“American Kid” by Patty Griffin

Patty Griffin’s Americana folk has been a staple in American music since the early ‘90s after being discovered while playing her way through Boston coffee houses. Throughout her extensive discography, Griffin has explored a variety of sounds, from acoustic and stripped-down to more rock and roll and then back again. Despite the shifts in sound, Griffin’s songwriting has remained unwaveringly superb, and that statement holds true today. Griffin’s most recent release, her seventh studio LP, American Kid, is back to basics, although “basic” is an insult to the record—don’t be fooled by the humble packaging of American Kid. The quiet, acoustic nature of the album cradles an intensely personal narrative where Griffin’s story thrives, focusing mainly on her late father, who passed several years ago.

The grieving process is painstakingly documented on American Kid, the first album that Griffin has released since his death—particularly on tracks like “Irish Boy,” a piano ballad where Griffin writes about her father’s youth.

American Kid is easily the grittiest, most open Griffin has been with her audiences, yet is still strikingly careful in its execution. Her approach to wearing her heart on her sleeve is atypical of most musicians; rather than screaming her emotions into the microphone, demanding, “This is how I feel and you should feel it, too, damn it,” Griffin takes a step back, allowing her music to breathe, to adopt a certain haunting subtly that will, undoubtedly, resonate with rapt listeners.

The first single from American Kid, “Ohio,” is an eerie, stark ballad that is propelled forward by dark, ominous guitars, along with the harmonizing between Griffin and her beau, Robert Plant. Plant’s voice is unrecognizable, taking a backseat to Griffin’s (as it should, considering the personal nature of her work; this is her story to tell) as she sings, “If the hounds are howling/And you cannot hide/My friend, I will meet you on the other side.” The song sounds like being outside: like a hot, sticky evening in the South, sitting in the tall-grass sometime around twilight, when the creeping darkness starts to cast a foreboding shadow onto things that were beautiful only hours before. It’s a masterful marriage of lyricism and music that few are able to pull off, but Griffin nails it.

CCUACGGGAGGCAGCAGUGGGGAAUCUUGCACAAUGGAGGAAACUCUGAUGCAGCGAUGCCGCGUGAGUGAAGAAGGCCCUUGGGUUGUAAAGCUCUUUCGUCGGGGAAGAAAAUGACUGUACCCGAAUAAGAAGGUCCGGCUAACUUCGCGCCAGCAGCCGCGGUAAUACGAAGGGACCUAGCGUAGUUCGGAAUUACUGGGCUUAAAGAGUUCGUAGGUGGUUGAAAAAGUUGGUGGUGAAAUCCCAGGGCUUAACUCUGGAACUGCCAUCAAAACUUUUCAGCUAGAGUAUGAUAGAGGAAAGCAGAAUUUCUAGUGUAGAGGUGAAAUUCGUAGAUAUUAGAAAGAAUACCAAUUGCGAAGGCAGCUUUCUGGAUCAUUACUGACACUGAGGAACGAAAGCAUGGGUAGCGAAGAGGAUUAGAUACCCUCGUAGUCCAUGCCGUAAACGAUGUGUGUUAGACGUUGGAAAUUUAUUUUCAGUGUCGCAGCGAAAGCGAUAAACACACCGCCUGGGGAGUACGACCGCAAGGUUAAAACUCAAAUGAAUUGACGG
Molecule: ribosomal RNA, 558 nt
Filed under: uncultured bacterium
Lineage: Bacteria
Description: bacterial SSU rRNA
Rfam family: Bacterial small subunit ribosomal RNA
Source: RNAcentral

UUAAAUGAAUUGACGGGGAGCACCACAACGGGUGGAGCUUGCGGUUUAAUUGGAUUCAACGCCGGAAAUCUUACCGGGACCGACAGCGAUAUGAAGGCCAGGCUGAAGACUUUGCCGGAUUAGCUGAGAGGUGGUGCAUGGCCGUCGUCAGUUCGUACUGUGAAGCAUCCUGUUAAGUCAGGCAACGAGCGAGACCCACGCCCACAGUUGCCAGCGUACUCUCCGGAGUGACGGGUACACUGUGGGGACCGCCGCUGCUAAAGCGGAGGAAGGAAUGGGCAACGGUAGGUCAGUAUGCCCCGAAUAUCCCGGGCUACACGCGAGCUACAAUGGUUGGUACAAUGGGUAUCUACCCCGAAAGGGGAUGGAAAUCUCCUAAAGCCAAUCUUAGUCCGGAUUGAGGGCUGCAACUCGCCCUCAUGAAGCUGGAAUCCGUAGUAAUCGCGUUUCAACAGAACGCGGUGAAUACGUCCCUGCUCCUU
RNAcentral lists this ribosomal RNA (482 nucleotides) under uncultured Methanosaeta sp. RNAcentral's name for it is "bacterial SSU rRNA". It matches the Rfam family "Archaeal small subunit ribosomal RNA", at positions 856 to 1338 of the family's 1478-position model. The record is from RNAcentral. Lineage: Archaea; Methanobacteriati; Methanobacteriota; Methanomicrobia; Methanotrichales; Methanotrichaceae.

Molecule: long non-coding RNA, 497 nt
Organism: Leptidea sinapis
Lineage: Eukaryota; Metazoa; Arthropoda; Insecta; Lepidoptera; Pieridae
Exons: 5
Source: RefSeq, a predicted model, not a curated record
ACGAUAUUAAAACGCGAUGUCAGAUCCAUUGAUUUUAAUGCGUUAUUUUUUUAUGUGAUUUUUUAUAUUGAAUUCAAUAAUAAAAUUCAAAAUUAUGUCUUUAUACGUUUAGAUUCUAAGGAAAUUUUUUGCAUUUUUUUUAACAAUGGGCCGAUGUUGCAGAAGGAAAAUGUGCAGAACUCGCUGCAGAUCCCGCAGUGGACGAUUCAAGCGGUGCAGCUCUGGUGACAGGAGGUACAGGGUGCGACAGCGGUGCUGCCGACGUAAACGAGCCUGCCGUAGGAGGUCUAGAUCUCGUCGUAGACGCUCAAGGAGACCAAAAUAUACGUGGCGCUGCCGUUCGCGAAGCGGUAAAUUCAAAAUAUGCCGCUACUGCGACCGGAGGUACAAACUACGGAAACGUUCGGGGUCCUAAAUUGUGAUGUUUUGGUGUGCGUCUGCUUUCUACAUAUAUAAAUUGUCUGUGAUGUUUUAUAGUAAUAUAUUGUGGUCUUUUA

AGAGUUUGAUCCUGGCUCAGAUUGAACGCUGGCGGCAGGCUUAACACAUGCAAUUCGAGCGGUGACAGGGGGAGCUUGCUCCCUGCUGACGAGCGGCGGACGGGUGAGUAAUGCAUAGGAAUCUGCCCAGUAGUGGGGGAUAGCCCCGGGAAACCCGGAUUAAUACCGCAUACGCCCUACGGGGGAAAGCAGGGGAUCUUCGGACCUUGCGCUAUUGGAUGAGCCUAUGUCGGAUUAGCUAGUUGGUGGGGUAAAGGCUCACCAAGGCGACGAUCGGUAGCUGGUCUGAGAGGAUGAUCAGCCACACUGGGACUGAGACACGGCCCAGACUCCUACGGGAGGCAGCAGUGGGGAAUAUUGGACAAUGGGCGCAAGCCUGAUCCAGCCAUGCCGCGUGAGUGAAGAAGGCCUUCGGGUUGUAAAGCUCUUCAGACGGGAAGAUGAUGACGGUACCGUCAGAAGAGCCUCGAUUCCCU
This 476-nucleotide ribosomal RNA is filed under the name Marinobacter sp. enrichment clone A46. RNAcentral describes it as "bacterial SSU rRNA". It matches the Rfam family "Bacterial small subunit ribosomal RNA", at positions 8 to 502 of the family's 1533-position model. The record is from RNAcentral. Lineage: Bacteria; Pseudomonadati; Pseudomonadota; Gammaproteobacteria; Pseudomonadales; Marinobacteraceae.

“Highway Song” comes across in the same vein as “Ohio” as it also heavily features harmonizing and also has an unusual, sleepy demeanor. It’s a song that’s both hopeful and hopeless as the lyrics change from, “I don’t wait for the return,” to “I will wait for your return.”

Not all of the album is rooted in ethereal in the way that “Ohio” is, though. The opening track, “Go Wherever You Wanna Go,” and “Faithful Son,” the sixth track on the album, veer back into familiar territory. Griffin’s vocals sound the best they ever have on these tracks, which are more classic American folk/singer-songwriter. “Go Wherever You Wanna Go” weaves the story of the joy of attaining freedom, perhaps in regards to her father’s soul after death, while “Faithful Son” focuses on the fear and loneliness that come with growing old.

“Wild Old Dog” is the only misstep on the album. Out of place amongst the other lyrics, this song sounds more country than anything as Griffin sings, “God is a wild old dog/Someone left out on the highway/I seen him runnin’ by me/He don’t belong to no one now.”

American Kid ends on a gut-wrenching, melancholy note with “Gonna Miss You When You’re Gone,” which is where subtly almost fails Griffin, although she is able to retain simplicity in the dreamy, acoustic track. The most overtly death-oriented song on the album, it’s an interesting choice to serve as the closing of American Kid, but nonetheless, the grit and emotion in Griffin’s voice is arresting.

There may be countless folk-singers trying to write about the same subjects (loss, suffering, etc.), there’s no one out there who can write a song like Patty Griffin. American Kid is a cohesive, quiet-and-powerful effort, one of the most haunting but enchanting releases of Griffin’s career.

By Libby Webster

If you liked this, check out:
“MCII” by Mikal Cronin
“The Hurry and the Harm” by City and Colour

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